How to Prune Grapes Summer
Hi, I’m Tricia, a California organic gardener and today we’re going to talk about summer maintenance for your table grapes we’ve had an extremely wet season this year and my table grapes have gone bonkers I’m growing four different types of table grapes here and there’s a lot of vegetative growth making for a very dense canopy over the grape vines earlier in the spring, the shoots were thinned when they were about six to twelve inches long you should have about six to eight shoots per foot of canopy at the same time as thinning the shoots, I also cut the suckers off at the trunk.
And i’m going to continue to trim these suckers throughout the season, as necessary you see there’s not enough sunlight getting into this little fruit clusters the sunlight is what helps improve the flavor and the quality of the fruit by having so much foliage around the cluster, I’m also at risk for disease the first step is to take these long shoots and tuck them into the trellising and keep them out of the fruiting zone that helped a lot but you can see there’s still a lot of hanging vines I’m going to trim back this shoot that has no clusters on it.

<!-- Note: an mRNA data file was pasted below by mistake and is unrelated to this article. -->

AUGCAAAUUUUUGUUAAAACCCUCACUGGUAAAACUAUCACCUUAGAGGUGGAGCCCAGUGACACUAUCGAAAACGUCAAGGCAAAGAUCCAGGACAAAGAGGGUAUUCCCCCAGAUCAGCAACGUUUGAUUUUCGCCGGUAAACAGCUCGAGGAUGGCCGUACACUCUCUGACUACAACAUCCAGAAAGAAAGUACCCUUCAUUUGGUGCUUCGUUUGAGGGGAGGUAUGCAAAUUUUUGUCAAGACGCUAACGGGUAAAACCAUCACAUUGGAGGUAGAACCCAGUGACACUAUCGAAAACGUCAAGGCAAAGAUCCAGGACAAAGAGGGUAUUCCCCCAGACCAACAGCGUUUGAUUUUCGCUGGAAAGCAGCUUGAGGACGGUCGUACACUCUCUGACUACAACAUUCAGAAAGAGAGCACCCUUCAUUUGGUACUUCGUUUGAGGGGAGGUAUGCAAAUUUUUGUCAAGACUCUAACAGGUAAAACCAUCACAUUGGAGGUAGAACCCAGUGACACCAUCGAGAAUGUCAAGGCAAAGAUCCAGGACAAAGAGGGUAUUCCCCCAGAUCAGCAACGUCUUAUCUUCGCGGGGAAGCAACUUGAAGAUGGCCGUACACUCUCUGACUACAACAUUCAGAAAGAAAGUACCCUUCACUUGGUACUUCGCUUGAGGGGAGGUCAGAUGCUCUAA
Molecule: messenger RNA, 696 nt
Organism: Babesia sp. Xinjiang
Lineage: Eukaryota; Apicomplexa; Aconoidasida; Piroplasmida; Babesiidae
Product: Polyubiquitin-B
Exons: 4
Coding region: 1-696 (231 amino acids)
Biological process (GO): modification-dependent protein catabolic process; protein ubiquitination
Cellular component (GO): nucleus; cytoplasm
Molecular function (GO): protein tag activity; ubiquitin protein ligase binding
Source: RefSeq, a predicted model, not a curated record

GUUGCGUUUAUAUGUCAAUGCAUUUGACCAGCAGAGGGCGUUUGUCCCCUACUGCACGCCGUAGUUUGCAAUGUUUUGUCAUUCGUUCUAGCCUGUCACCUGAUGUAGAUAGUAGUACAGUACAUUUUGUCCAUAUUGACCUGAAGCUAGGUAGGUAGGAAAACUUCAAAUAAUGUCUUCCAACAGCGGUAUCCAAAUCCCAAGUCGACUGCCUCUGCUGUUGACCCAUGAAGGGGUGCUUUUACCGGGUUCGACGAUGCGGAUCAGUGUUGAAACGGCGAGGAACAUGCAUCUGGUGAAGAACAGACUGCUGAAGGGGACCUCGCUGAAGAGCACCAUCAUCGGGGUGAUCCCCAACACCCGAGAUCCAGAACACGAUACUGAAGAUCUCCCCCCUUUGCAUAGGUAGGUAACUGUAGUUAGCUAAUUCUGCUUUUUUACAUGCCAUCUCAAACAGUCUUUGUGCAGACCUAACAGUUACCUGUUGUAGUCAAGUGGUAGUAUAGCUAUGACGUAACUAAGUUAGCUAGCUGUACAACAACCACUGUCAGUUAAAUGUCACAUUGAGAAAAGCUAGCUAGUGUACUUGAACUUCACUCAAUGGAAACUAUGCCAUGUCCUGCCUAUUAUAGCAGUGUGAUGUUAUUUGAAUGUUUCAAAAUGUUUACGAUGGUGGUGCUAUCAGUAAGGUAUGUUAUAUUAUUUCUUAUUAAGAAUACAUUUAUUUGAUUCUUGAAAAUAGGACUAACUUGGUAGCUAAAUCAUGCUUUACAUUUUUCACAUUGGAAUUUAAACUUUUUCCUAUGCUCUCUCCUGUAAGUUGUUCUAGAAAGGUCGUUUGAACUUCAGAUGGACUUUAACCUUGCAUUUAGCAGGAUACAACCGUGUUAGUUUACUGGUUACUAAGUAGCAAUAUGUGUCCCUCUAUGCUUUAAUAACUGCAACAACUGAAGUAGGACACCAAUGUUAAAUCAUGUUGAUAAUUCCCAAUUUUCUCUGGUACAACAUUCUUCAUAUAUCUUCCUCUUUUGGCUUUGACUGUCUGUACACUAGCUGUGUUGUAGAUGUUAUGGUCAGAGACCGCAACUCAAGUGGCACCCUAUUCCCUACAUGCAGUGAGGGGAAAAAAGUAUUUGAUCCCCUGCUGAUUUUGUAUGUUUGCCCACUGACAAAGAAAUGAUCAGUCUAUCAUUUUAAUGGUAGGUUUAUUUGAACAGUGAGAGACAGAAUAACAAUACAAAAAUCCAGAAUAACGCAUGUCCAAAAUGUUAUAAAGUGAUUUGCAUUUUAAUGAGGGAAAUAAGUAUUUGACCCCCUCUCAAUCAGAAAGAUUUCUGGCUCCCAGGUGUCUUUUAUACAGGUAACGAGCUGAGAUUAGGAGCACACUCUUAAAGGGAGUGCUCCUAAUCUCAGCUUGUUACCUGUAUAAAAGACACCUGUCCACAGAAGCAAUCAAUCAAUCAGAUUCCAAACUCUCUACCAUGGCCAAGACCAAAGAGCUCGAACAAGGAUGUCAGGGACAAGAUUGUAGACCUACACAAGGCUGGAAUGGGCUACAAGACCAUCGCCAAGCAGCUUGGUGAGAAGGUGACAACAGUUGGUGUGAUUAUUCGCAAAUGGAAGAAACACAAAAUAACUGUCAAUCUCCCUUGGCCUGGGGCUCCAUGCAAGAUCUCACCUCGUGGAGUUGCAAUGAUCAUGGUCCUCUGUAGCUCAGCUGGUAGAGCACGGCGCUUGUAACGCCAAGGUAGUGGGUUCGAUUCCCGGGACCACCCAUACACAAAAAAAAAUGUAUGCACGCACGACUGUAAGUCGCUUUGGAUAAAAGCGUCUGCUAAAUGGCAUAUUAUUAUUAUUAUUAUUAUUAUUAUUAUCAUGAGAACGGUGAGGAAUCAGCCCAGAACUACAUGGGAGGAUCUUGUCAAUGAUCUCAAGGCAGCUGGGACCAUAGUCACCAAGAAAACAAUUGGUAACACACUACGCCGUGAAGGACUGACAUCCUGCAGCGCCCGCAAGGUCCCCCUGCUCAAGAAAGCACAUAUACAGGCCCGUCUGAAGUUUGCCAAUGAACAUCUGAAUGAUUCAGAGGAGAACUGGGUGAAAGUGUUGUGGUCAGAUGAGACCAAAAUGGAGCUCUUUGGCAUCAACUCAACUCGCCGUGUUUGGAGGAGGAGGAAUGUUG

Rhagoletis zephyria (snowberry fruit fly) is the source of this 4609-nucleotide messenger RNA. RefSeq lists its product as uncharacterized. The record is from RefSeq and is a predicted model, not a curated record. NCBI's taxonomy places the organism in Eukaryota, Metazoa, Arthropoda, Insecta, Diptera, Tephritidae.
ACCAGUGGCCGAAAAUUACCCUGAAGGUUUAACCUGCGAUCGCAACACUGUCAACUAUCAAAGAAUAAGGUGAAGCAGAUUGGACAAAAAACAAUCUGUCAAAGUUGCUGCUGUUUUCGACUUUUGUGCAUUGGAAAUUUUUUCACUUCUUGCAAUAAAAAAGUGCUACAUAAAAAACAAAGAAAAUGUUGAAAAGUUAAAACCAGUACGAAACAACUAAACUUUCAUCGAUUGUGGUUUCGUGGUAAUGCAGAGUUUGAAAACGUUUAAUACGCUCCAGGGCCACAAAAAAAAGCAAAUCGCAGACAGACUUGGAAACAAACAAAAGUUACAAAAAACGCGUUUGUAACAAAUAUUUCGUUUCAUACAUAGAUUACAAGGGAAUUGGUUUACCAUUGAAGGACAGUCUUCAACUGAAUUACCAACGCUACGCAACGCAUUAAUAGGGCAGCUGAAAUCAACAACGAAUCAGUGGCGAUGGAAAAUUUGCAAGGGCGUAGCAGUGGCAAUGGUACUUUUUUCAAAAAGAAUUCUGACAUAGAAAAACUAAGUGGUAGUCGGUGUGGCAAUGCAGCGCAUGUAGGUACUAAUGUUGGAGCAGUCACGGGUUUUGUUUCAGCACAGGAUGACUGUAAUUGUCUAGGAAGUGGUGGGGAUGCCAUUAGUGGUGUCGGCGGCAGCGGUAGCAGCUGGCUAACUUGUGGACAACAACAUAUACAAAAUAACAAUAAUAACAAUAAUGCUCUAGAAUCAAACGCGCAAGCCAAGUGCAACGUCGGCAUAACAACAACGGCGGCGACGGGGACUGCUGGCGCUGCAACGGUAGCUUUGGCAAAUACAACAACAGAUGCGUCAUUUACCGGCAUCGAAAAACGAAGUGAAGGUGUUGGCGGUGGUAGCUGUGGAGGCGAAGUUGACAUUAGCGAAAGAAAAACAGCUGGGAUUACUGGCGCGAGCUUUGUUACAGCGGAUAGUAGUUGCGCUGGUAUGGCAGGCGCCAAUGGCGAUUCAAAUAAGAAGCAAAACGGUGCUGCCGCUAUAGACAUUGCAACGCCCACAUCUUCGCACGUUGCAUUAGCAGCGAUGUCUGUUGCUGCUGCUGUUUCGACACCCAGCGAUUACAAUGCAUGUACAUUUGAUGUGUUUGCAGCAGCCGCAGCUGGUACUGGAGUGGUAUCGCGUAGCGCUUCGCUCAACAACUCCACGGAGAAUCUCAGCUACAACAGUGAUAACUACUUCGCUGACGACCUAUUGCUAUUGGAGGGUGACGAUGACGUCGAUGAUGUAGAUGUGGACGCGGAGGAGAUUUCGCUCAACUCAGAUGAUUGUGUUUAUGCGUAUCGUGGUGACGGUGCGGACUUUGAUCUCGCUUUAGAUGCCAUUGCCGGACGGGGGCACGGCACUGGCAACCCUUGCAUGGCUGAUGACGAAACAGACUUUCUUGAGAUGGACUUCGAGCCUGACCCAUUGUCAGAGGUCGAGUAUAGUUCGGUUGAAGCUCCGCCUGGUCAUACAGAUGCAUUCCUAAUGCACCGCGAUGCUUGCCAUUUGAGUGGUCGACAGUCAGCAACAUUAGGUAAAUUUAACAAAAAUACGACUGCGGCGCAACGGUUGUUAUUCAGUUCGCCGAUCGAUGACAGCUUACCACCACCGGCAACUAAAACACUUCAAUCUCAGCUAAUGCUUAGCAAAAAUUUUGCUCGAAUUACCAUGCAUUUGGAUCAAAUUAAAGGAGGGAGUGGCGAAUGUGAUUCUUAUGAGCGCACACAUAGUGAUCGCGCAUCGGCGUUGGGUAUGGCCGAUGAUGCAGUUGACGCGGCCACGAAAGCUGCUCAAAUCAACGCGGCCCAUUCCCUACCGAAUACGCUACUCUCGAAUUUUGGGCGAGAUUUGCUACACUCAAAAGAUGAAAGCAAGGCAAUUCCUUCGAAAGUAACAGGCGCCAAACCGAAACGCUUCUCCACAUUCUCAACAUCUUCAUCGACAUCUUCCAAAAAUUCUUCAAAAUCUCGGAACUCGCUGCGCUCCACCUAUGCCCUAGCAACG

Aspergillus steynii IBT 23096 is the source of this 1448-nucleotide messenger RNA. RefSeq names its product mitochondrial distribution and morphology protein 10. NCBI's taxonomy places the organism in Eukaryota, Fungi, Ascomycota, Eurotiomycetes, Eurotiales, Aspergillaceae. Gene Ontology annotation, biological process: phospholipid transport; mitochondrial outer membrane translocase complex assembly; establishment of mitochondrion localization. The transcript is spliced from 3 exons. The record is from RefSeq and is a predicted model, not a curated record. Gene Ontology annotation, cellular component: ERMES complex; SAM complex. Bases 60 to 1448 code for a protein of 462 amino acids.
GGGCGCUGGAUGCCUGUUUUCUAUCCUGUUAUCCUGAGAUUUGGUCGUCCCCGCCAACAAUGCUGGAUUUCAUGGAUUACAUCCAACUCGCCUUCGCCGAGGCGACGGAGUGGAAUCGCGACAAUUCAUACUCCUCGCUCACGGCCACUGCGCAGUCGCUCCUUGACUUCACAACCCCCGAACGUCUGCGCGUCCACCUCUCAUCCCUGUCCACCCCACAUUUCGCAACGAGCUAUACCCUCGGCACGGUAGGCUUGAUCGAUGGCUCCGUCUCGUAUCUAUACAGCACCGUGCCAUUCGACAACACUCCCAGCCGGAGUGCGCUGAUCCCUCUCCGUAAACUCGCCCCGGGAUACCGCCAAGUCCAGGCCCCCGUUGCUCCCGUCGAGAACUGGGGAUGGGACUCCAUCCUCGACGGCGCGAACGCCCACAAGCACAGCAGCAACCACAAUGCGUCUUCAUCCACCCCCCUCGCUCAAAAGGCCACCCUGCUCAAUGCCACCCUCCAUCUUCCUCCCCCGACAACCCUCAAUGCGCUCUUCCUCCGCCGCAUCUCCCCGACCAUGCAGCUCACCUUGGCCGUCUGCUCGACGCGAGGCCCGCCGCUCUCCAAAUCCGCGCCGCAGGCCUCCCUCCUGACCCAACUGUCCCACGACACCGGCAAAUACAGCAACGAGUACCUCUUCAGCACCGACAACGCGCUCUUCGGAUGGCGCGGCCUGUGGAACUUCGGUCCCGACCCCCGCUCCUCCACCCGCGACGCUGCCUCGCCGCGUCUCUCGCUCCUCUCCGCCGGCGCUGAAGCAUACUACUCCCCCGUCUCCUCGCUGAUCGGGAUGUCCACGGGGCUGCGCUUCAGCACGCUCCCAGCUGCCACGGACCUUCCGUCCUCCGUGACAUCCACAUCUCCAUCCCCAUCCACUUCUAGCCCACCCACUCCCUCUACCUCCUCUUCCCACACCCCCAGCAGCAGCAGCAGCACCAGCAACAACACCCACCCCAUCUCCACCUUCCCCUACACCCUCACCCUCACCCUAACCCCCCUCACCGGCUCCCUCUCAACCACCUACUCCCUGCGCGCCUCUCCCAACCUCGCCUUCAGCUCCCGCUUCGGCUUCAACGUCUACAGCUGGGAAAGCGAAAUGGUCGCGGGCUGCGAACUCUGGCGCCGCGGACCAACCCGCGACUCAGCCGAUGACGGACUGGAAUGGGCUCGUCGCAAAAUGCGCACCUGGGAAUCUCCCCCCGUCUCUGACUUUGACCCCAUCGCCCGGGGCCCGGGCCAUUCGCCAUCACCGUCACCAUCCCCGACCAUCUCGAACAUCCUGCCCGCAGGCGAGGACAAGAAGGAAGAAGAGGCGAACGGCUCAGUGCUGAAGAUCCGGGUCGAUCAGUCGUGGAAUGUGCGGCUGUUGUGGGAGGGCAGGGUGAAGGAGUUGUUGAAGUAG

If you’re going to trim back a shoot that has clusters, be sure and leave about 1517 fullsized leaves before you make your cut cut as little as possible and try to cut at the point where the leaves are half the size of the mature leaves these smaller leaves haven’t started producing food yet so the vine won’t miss them as much as it would miss these larger food producing leaves the grape vines are looking a lot better the cutting is going to stimulate the growth so you don’t want to do this too late in the season if the fruit is just beginning to ripen, it’s too late to cut.